Chapter the Seventh: The Revolution will not be artificially fertilized

dearesth bloggerth

Here we go a-continuing with the Rhubarb chronicles

The other night I was sitting in Tallulah’s Cabaret, perusing my week 2 playbill waiting for the show to begin when I ended up in an interesting conversation with a Mr. X (we’ll describe him as queer cultural guru at large). He was telling me about the Rhubarb festivals of yore that took place at Buddies in Bad Times original home on George St and how at that time there were often hecklers in the audience, an element that he found both hilarious and yet horrifying…on behalf of the performers. Now myself being a performer of more comedic no fourth wall stuff I am used to hecklers of a sort. Not the drunken attention seeking asshole ones that frequent comedy clubs and I feel probably go to comedy clubs with the aim of spending an evening heckling but just people wanting to talk to “my character” while I am mid-turn (clown term for sketch). This can be fun and I do encourage it at some points, the points where I built it into my routine but sometimes you have to work very hard to work around the boisterous shouting, not ignoring it but not engaging in it for fear of the tangent it may take you on. And if you are in the middle of an actual play with emotions and a fourth wall, hecklers are the stuff of nightmares, along with forgetting your lines or forgetting to put your pants on.

However I thought wouldn’t it be interesting to encourage a new trend of heckler conviviality amongst the audience, more along the lines of a sort of unplanned, un-endorsed by the performers audience participation, an element of control returning to the audience giving them the feeling that they have permission to hate the piece and tell you how they feel or to just leave without feeling the slightest bit rude even if they are seated somewhere very far from anything resembling an exit. Maybe this would bring people back to the theatre if they felt that they were in control and not going to be held captive into watching something that they would have to fake a heart attack to get out of. I think this would reinsert, a much-needed, element of danger back into a night at the theatre. The sort of stuff that gave the Globe theatre its notoriety (or so I assume. I have not really researched audience behavior at the globe but I imagine it to have been wild). Keep everyone on their toes to a point of ballerina blisters.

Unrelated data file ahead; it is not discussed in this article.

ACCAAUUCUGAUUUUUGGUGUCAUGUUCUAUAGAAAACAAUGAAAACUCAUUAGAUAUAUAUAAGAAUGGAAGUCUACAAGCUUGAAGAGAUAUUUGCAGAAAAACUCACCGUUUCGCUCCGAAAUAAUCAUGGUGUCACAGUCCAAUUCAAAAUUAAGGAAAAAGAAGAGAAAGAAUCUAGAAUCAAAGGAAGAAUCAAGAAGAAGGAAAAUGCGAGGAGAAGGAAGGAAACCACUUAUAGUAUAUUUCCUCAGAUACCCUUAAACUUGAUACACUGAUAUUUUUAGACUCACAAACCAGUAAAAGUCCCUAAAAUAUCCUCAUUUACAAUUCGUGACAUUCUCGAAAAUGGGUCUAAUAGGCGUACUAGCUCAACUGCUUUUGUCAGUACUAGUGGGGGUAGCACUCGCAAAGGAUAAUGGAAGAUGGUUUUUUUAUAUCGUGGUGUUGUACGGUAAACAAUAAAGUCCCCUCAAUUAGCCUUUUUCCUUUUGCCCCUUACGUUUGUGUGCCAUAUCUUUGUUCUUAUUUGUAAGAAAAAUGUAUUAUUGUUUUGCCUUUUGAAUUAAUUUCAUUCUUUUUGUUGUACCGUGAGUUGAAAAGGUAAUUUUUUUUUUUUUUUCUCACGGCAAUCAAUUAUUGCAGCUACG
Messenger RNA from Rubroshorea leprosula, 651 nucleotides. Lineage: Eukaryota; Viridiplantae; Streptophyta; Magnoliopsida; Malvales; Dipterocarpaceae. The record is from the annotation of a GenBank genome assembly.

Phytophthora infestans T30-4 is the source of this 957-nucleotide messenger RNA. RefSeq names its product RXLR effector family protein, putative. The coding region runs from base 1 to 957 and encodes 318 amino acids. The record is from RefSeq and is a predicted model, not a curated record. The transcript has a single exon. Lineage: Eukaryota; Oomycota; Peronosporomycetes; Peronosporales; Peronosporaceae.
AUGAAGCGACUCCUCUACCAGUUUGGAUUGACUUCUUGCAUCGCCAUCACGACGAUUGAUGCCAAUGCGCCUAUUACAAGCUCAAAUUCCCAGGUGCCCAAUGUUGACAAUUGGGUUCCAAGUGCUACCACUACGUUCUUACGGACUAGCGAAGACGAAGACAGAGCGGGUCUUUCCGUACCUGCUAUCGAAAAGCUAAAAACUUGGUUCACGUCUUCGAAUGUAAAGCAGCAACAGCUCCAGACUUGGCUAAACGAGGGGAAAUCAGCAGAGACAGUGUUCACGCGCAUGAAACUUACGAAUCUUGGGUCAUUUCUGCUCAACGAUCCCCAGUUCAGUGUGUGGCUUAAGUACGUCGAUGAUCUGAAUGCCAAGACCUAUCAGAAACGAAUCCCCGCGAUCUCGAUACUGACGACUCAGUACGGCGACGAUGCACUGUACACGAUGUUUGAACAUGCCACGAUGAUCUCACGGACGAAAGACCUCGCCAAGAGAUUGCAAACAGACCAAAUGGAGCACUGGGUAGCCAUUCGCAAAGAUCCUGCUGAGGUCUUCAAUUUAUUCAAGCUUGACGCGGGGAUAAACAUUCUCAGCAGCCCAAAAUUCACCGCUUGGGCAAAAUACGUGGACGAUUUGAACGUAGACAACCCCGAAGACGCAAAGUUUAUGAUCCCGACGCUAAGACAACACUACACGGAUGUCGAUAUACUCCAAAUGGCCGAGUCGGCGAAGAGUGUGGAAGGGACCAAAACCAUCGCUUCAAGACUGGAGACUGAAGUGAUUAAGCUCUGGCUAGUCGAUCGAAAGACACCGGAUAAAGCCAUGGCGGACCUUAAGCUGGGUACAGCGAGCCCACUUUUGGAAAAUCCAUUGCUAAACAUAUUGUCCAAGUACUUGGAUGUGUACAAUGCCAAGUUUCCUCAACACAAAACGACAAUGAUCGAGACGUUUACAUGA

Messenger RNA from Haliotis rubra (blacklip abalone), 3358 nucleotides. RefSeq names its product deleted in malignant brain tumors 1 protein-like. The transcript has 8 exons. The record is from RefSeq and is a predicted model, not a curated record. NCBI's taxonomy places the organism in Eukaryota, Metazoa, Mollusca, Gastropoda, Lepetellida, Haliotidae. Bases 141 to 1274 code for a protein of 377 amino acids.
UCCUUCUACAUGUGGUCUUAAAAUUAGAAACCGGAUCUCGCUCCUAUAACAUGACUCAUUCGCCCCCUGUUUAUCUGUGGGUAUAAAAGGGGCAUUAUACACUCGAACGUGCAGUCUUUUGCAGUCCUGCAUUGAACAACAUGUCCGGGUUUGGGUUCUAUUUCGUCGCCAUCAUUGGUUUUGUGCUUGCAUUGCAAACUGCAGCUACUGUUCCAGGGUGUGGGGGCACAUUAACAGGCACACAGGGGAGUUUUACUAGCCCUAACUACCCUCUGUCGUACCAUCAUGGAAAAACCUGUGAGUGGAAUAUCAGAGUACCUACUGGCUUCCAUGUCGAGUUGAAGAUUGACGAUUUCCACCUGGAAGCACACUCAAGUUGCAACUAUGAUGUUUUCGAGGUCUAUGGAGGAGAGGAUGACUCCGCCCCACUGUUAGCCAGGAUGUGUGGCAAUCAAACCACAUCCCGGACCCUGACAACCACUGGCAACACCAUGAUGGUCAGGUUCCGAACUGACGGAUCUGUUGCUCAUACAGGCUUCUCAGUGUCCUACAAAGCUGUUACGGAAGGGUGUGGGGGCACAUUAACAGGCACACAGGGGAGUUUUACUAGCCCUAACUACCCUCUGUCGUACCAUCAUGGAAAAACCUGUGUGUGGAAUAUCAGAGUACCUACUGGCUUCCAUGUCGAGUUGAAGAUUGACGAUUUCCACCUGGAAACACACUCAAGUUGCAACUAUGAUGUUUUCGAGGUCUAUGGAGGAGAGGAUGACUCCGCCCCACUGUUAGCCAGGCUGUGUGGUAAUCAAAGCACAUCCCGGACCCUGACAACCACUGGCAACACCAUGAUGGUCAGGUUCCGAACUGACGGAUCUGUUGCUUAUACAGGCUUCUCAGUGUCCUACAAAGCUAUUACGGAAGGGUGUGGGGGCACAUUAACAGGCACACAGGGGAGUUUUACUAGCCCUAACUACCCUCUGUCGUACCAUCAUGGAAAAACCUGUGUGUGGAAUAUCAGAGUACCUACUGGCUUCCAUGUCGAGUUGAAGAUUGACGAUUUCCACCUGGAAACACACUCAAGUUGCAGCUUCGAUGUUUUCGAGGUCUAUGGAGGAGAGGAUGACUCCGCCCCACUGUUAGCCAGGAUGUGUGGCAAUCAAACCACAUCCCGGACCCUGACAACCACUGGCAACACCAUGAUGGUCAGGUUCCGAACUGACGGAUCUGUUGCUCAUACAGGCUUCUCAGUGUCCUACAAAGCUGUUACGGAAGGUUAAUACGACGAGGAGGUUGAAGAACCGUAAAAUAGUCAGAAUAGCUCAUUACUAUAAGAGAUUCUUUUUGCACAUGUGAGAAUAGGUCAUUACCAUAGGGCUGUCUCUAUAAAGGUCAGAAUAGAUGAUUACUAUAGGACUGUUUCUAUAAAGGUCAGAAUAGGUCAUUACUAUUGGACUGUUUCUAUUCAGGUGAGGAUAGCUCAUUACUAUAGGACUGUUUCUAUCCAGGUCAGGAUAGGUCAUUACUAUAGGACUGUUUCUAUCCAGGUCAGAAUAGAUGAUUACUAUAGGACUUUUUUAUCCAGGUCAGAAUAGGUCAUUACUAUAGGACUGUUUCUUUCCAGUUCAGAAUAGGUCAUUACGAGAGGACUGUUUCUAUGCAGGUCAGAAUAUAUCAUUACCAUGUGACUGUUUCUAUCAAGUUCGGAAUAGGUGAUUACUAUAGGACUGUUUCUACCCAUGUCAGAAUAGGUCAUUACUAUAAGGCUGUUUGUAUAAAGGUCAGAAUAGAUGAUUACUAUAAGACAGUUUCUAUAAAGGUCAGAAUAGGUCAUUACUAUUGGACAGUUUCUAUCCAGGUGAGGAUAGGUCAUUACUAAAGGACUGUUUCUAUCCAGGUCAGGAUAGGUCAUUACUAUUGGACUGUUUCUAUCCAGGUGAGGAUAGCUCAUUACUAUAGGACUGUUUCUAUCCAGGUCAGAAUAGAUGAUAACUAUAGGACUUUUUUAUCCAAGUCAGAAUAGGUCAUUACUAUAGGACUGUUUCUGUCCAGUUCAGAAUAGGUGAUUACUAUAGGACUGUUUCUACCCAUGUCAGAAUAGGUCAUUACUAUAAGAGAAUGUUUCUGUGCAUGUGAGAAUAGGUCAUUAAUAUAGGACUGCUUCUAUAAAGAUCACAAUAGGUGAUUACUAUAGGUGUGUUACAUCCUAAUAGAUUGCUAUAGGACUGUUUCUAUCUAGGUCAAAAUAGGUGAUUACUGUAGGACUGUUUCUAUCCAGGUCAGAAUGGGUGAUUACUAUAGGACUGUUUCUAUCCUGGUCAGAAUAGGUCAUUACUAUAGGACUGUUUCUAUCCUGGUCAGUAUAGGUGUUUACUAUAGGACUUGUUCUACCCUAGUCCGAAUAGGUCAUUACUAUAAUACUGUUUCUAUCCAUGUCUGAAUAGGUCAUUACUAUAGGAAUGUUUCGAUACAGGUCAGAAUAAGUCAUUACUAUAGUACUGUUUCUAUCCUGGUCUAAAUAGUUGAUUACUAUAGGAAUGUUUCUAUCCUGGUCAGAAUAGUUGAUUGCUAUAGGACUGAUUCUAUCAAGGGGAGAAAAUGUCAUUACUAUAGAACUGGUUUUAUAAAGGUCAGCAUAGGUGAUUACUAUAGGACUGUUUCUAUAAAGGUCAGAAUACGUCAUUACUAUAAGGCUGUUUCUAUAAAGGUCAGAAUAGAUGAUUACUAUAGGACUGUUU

We all need a bullshit meter (for the pedantic and the pedestrian alike) sometimes and some of us need it all the time.

Maybe this will put a stop to the jumping on only tried and true, fully sturdy, critic endorsed, starfucker promoted, bandwagons with catchy tunes?!

My all time favourite hecklers

2 thoughts on “Chapter the Seventh: The Revolution will not be artificially fertilized

  1. I recall being jealous once of a fellow theatre goer who did leave during a performance. He was seated close to the exit, I was not. Being in the arts community, I felt guilty for wanting to leave! Was there not something in this performance I could appreciate and learn from? Eventually, yes.

    I recall another time where I saw a reviewer leave the theatre and he later wrote about doing so. I felt on some level that it was unprofessional and a little rude for a reviewer to leave, even though I think we all can sympathize with what even 20mintutes of not-so-great theatre can feel like.

    I think for the person or family who does not attend theatrical events frequently, you may be on to something. It would give a person the opportunity to come in, check a show out, not feel bad about leaving, go elsewhere to have a good time, and maybe come back when there was something more their taste playing.

    At the same time though, how frustrating to be a patron connecting with a performance, only to have the family in front of you start gathering their belongings to leave and uttering their disappointments in front of you while you’re trying to watch the show.

    • I am not at all endorsing leaving a show in the rudest way possible (If you must leave then do so in the most discreet way possible). I am just saying that we have to allow for people to leave whether we agree with their doing so or not. Just as I have desperately wanted to walk out of a show and felt I should have been able to, I must allow for that “family in front of me” to leave a show that I am enjoying but perhaps is not their taste.

      I do believe in giving shows a chance but theatre is subjective and shouldn’t feel like a mandatory experience (even if you bought a ticket without coercion) so people should leave if all they are feeling is nothing but hatred for the art that is unfolding in front of them. Perhaps this will bring them back if they feel they have all the power.

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